Wednesday, December 06, 2006

Here we are once again in the season of Advent, hurtling toward Christmas. In the church calendar this day is dedicated to good St. Nicholas, otherwise known as Father Christmas or Santa.

But did you know Saint Nick once had a diabolical travelling companion?

This seasonal posting first takes us back to November when I uploaded my Prague holiday photos, in particular the above snap of what I thought were figures of the Devil and St. Nicholas on display side by side in Prague's Toy Museum. At the time I couldn't guess why the two should be associated....

Thanks to an email from Comics Comics magazine cover star and ace cartoonist Pshaw, I now know who the devilish figure from Eastern European legend is. "That's Krampus! He's my favourite Christmas character" Pshaw wrote. He explained further: "Over the centuries, the legend of the good St.Nicholas grew. As a friend of all children he would give them special gifts and food. In the past he rewarded only their good behaviour because he travelled with a cloven-hoofed demon who knew who had been bad. Stories vary, but typically Krampus was a dark, shaggy monster with horns, a tail and a long red tongue who rattled iron chains! St.Nicholas would arrive with a full sack of toys and Krampus brought an empty basket to carry away boys and girls for punishment."

Phew, personally I think it's only fair that kids should be deprived of their Playstation gifts if they've been wicked...don't you?

1 comment:

PShaw said...

Often the subject of winter tales, Krampus [and various other manifestations] travel with St. Nicholas or his various equivalents [Father Christmas, Kris Kringle], carrying with them a rod (sometimes a stick, bundle of switches or a whip, and in modern times often a broom) and a sack or basket. They are sometimes dressed in black rags, a scarf, or red ribbon kerchief, bearing a sooty face and unruly black hair. In many contemporary portrayals the companions look like dark, sinister, or rustic versions of Nicholas himself, with a similar costume but with a darker color scheme.
Some of the companions take on more monstrous forms. Krampus and Klaubauf are variously depicted as horned, shaggy, bestial, or demonic. In many depictions the Krampus looks like popular images of the Devil, complete with red skin, cloven hooves, short horns and a long slender tongue. It is unclear whether the various companions of St. Nicholas are all expressions of a single tradition (likely Knecht Ruprecht), or a conflation of multiple traditions. Various texts, especially those outside the tradition, often treat the companions as variations on a single Knecht Ruprecht tradition.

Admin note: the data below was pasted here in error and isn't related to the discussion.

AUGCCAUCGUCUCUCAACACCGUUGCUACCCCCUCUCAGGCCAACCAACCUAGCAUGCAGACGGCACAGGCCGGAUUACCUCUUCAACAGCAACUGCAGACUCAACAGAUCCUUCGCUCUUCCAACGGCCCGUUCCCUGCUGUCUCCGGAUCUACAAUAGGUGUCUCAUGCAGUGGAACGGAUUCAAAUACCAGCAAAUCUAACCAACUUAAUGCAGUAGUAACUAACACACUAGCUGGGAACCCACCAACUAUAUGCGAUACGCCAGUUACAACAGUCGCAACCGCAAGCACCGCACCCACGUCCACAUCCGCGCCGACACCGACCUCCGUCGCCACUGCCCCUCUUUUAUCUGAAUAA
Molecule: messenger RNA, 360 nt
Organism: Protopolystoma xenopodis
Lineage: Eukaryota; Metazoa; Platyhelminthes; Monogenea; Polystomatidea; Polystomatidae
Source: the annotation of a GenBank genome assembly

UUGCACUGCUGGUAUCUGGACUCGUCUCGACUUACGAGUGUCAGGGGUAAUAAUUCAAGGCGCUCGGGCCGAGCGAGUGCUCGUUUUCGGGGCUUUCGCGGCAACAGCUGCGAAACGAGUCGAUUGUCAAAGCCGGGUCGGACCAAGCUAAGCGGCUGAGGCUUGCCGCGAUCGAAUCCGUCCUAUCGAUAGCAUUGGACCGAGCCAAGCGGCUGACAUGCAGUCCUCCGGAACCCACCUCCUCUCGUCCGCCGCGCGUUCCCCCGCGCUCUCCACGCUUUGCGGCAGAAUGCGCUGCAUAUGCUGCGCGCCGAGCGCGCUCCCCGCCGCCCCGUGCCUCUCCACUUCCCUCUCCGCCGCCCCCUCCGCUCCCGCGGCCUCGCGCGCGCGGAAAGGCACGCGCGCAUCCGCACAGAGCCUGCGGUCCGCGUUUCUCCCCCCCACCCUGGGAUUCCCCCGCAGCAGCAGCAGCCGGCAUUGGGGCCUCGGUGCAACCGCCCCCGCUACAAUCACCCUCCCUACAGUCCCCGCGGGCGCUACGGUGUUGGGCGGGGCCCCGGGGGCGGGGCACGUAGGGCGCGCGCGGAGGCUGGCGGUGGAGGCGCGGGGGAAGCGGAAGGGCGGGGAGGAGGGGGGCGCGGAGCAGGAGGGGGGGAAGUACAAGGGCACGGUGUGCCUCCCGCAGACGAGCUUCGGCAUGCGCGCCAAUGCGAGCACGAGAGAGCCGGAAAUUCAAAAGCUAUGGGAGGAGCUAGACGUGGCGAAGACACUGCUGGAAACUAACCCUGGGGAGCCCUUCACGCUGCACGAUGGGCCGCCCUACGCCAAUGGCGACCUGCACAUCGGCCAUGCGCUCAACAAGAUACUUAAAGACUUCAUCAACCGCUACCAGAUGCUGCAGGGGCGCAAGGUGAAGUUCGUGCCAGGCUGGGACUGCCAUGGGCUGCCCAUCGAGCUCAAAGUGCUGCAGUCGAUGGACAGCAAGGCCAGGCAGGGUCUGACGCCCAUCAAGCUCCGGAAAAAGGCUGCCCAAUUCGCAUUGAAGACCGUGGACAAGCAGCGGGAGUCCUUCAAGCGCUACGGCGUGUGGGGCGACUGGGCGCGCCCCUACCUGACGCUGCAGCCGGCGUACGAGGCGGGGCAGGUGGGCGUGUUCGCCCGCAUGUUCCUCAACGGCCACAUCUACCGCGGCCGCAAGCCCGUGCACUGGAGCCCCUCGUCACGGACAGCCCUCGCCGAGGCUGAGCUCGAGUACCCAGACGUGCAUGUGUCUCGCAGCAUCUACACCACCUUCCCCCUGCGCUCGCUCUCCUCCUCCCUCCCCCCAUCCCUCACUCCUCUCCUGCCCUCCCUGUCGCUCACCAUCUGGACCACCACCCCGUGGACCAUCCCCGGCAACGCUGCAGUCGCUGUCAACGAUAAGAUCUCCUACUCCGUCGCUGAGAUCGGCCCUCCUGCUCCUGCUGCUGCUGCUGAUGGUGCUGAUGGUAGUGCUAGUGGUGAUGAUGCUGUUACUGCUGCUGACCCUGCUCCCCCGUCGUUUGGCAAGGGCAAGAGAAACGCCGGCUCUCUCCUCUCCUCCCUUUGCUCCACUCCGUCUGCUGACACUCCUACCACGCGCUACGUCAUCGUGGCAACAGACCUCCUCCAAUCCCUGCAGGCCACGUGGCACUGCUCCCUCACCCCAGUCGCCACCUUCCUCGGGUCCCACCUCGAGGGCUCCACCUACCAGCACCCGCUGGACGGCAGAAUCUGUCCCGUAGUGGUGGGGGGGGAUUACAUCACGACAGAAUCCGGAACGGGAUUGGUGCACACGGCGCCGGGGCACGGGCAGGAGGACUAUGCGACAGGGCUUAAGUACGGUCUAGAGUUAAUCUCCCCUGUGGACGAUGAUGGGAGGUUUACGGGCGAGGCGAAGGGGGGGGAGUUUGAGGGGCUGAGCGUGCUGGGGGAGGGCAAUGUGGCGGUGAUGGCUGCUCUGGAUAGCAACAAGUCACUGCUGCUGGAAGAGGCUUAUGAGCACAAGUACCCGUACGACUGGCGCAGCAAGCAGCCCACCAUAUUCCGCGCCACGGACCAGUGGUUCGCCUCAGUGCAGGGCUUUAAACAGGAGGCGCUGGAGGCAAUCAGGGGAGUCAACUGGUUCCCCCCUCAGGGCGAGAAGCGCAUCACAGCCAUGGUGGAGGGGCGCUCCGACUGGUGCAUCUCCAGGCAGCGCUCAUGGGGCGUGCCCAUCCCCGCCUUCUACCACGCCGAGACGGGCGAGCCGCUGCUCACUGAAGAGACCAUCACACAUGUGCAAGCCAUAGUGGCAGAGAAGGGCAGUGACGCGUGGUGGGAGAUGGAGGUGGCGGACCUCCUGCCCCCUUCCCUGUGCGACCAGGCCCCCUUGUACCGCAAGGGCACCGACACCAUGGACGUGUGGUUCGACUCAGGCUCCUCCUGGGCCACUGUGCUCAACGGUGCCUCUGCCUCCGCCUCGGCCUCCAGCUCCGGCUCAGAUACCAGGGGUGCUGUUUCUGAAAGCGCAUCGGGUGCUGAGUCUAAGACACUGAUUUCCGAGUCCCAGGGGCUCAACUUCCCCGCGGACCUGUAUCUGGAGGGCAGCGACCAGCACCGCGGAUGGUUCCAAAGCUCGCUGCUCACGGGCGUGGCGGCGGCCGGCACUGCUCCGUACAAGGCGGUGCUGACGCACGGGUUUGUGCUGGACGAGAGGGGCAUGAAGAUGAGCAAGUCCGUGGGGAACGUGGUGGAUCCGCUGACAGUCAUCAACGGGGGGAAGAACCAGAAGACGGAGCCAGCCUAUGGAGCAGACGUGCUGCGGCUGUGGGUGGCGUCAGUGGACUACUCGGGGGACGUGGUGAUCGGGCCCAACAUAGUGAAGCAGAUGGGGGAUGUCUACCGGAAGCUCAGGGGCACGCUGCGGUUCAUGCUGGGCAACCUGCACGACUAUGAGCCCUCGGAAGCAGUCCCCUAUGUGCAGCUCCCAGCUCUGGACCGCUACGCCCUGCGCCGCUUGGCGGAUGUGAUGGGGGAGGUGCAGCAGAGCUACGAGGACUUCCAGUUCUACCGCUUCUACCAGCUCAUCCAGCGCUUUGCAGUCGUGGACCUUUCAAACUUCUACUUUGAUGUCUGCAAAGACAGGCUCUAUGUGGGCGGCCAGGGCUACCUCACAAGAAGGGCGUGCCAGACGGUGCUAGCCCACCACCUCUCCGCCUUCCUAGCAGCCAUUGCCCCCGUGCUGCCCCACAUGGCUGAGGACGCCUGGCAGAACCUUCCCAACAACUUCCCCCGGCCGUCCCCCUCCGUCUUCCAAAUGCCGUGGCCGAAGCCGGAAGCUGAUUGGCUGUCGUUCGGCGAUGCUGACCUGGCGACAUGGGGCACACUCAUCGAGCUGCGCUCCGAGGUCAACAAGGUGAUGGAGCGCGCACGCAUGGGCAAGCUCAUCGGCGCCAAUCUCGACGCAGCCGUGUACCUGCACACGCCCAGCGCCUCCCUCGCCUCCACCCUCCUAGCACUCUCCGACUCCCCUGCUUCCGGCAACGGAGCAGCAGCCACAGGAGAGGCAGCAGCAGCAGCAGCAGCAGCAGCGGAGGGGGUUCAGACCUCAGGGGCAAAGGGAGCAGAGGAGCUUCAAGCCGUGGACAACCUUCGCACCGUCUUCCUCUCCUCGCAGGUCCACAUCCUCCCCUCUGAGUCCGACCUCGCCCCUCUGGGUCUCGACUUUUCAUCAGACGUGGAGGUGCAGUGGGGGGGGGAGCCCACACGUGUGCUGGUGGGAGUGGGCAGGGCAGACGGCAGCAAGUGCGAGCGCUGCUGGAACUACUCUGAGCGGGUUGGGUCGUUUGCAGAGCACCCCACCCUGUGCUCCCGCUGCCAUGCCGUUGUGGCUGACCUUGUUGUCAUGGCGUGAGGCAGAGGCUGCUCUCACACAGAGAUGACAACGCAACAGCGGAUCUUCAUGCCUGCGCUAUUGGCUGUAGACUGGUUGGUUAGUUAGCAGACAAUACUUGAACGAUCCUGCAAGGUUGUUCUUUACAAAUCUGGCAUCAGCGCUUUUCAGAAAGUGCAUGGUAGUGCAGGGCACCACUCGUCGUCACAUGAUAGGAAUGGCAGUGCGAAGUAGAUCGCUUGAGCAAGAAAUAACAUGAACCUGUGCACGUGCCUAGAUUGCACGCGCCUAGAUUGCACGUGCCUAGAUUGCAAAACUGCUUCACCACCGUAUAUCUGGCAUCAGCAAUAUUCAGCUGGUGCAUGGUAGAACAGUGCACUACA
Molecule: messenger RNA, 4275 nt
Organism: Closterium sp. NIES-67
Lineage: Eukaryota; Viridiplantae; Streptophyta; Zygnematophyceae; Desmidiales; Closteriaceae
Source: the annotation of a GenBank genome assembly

According to some stories, Krampus is a wild foundling whom St. Nicholas raises from childhood. He sometimes walks with a limp, because of a childhood injury. Often, his black clothes and dirty face are attributed to the soot he collects as he goes down chimneys.
In some of the traditions the children would be summoned to the door to perform tricks, such as a dance or singing a song to impress upon Nicholas and Krampus that they were indeed good children. Those who performed badly would be beaten soundly with a switch or taken away in a basket, and those who performed well were given a gift or some treats like muffins, oranges or nuts. Those who performed badly enough or had committed other misdeeds throughout the year were put into Krampus's basket and taken away for punishment, or to be tossed into a river. [you better watch out!] In other versions the children must be asleep, and would either awake to find their shoes filled with sweets if they were good, or a lump of coal for not so good.
In parts of Austria, Krampusse, who local tradition says are (typically children of poor families), roamed the streets and sledding hills during the festival. They wore black rags and masks, dragging chains behind them, and occasionally hurling them towards children in their way. These Krampusumzüge (Krampus runs) still exist, although perhaps less violent than in the past.